It will then recoup its investment either in the form of a capital receipt when the development is sold or preferably by taking a share of rents generated by leasing out the flats and commercial space that have been built.
This patient approach has been welcomed on the grounds that it should result in higher quality development. TfL and London Underground have a fine track record of architectural patronage, from the iconic tube stations of the 1930s to the Jubilee line extension of the 1990s. However its austerity-era Crossrail stations have received a lukewarm reception.
Matthew Carmona, professor of planning and urban design at the University of London’s Bartlett School, says: “If you look across London a lot of development is rather short-termist and not necessarily delivering high-quality places. However, a partnership approach has all of the potential to deliver high-quality places.”
David Birkbeck, director of Design for Homes, is even more gushing: “The record to date has been patchy but the possibilities going forward are amazing.” This is because, he explains, companies involved in the JVs won’t have to borrow as much at the outset of the scheme, meaning they are under less pressure to maximise returns by over-developing sites.
The JV arrangement also suits the nature of the “over the station” sites that TfL is bringing forward, explains Farrells partner Neil Bennett, who has worked closely on London transport projects dating back to the PwC offices on top of Charing Cross in the late 1980s. “Ownership and maintenance arrangements are going to be so complex that you will never be able to achieve a clean sell,” he says. An example is the problems transport operators often face when negotiating access to maintain track once it is encased in development.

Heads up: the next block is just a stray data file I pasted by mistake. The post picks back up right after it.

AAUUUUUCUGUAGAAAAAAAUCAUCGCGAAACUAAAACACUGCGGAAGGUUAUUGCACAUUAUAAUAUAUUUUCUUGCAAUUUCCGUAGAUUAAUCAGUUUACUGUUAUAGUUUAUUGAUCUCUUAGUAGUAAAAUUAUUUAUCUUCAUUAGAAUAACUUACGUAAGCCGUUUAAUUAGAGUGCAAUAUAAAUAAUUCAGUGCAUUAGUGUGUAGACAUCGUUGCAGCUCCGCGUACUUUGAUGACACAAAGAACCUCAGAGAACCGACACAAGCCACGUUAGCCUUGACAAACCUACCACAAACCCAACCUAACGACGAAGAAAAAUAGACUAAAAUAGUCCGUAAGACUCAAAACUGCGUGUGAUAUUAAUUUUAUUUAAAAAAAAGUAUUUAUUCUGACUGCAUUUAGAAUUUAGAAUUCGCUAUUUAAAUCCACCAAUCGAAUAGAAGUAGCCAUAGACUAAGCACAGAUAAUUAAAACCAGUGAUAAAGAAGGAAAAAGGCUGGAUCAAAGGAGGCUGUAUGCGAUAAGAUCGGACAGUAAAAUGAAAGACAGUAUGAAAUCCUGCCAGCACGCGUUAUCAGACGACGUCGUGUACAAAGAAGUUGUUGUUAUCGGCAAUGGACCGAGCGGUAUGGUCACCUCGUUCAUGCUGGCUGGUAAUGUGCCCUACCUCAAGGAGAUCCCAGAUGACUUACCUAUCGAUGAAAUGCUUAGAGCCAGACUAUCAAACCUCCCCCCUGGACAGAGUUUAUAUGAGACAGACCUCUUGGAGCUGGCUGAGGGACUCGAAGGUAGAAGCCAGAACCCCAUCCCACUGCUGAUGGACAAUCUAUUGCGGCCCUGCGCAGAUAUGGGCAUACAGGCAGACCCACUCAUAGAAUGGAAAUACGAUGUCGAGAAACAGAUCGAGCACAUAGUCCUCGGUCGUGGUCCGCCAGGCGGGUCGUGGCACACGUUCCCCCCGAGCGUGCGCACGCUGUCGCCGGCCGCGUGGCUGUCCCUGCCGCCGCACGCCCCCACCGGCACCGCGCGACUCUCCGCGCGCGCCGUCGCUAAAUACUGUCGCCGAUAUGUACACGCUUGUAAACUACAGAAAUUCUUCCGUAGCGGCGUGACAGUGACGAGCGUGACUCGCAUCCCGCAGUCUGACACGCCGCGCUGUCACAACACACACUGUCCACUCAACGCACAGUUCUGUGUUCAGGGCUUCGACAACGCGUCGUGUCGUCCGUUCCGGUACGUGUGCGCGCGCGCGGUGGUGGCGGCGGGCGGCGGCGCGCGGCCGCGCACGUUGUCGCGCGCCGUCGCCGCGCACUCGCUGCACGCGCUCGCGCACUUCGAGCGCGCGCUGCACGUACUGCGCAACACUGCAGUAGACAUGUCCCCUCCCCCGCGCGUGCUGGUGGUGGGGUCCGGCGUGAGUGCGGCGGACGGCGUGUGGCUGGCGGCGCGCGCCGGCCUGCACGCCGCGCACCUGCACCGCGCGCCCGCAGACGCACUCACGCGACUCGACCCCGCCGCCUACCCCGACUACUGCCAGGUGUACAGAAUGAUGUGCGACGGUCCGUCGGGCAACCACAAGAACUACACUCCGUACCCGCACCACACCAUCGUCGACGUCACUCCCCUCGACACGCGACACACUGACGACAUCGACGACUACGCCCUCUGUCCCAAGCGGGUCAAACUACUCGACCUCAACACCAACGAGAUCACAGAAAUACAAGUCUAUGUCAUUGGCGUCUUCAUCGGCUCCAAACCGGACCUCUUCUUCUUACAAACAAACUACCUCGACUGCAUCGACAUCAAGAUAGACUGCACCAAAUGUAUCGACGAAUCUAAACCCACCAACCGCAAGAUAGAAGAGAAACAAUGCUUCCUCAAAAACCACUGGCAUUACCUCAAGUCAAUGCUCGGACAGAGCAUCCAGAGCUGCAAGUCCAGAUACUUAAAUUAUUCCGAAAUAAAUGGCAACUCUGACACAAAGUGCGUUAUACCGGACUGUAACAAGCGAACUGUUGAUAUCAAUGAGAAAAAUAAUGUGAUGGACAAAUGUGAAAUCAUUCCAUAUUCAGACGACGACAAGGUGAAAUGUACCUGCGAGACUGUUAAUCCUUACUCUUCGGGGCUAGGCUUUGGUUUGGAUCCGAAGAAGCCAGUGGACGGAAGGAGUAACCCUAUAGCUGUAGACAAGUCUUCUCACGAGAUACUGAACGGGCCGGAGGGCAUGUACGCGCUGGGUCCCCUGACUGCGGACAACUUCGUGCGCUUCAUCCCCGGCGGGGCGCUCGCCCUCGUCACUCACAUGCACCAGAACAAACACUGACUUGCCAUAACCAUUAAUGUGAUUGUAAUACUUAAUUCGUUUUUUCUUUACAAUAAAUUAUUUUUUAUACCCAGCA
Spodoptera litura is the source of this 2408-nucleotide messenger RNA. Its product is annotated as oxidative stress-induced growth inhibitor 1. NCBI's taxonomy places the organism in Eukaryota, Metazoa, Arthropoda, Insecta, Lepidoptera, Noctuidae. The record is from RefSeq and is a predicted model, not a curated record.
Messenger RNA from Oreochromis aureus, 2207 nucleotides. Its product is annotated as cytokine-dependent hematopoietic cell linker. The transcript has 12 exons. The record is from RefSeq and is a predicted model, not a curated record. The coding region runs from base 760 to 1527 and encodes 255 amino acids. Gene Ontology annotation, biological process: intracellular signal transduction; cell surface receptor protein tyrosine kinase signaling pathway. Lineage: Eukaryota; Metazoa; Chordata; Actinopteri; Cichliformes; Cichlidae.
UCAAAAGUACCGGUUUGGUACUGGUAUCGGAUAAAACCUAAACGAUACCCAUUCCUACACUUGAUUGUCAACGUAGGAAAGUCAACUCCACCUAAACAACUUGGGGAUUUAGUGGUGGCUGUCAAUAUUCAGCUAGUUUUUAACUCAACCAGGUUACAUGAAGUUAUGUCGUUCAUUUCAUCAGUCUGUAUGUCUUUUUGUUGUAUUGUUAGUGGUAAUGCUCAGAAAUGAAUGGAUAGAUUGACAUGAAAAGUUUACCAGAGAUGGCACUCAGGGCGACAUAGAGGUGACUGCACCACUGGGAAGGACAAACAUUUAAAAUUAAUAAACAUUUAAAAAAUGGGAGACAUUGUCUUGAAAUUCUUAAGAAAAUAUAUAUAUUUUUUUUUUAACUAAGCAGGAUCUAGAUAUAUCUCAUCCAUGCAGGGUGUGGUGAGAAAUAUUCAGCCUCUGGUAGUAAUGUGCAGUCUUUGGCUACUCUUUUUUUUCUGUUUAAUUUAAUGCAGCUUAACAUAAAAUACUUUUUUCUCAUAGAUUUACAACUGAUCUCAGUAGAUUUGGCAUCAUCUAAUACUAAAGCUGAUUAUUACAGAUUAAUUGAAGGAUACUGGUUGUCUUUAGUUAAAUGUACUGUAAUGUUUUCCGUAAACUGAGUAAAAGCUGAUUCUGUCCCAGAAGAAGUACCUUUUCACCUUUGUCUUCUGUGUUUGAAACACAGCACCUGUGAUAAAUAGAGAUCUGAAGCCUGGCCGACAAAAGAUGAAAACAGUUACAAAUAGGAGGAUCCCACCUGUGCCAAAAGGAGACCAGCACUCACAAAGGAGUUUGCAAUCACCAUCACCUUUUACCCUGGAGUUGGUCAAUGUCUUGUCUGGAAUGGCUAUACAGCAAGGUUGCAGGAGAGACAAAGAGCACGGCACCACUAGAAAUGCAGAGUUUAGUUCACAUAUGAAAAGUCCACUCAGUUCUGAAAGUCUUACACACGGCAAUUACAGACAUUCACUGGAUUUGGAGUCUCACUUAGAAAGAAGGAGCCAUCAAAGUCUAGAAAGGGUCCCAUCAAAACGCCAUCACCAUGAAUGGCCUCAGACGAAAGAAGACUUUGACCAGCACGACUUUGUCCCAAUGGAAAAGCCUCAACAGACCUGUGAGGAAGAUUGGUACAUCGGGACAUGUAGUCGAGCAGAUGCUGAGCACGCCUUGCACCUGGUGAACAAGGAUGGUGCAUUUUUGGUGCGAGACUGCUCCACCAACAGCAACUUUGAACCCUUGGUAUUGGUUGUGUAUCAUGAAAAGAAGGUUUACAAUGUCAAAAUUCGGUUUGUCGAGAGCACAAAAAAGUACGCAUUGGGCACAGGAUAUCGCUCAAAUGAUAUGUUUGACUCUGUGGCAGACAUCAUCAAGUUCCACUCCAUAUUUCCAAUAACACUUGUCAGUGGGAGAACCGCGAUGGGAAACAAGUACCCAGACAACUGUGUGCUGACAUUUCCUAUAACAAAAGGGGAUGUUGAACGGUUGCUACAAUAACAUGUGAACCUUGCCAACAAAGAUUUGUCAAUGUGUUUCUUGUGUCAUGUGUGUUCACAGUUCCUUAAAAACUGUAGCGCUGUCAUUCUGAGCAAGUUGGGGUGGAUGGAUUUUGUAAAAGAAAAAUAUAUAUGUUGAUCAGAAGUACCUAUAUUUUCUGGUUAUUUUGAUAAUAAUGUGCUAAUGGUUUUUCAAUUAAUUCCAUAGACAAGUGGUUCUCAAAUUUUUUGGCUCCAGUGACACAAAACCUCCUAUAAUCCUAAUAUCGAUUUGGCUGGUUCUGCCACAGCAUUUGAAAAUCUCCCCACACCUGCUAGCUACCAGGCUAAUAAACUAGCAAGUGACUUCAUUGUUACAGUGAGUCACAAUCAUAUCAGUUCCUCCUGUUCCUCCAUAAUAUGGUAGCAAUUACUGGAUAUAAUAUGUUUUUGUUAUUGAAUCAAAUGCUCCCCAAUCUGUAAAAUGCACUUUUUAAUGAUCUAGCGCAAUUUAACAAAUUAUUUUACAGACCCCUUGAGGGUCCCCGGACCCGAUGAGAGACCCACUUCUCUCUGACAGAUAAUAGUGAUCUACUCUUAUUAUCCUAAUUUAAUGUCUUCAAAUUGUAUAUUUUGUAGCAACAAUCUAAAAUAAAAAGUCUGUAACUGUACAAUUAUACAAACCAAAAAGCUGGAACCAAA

In the long term too, TfL will achieve better value for the public purse by delaying its payday, argues Carmona. “This partnership approach is the right way to go because there are opportunities for the public sector to benefit from rising values.”
To ensure the bar is raised, Brian Waters, partner at consultant BWCP, argues that TfL should bolster its JV arrangements by appointing a design panel to oversee the briefs coming forward for sites. While masterplans may not be needed for those plots which will only deliver one or two buildings, they will be appropriate on larger sites that have to be knitted into surrounding neighbourhoods.
Carmona says: “We need to establish a very clear vision rather than go for the lowest common denominator, ‘stack ‘em high and sell ‘em cheap’ response. Every site will be different and need a very carefully tailored response.” Graeme Craig, director of commercial development at TfL, suggested that masterplans will “sometimes be the right approach”.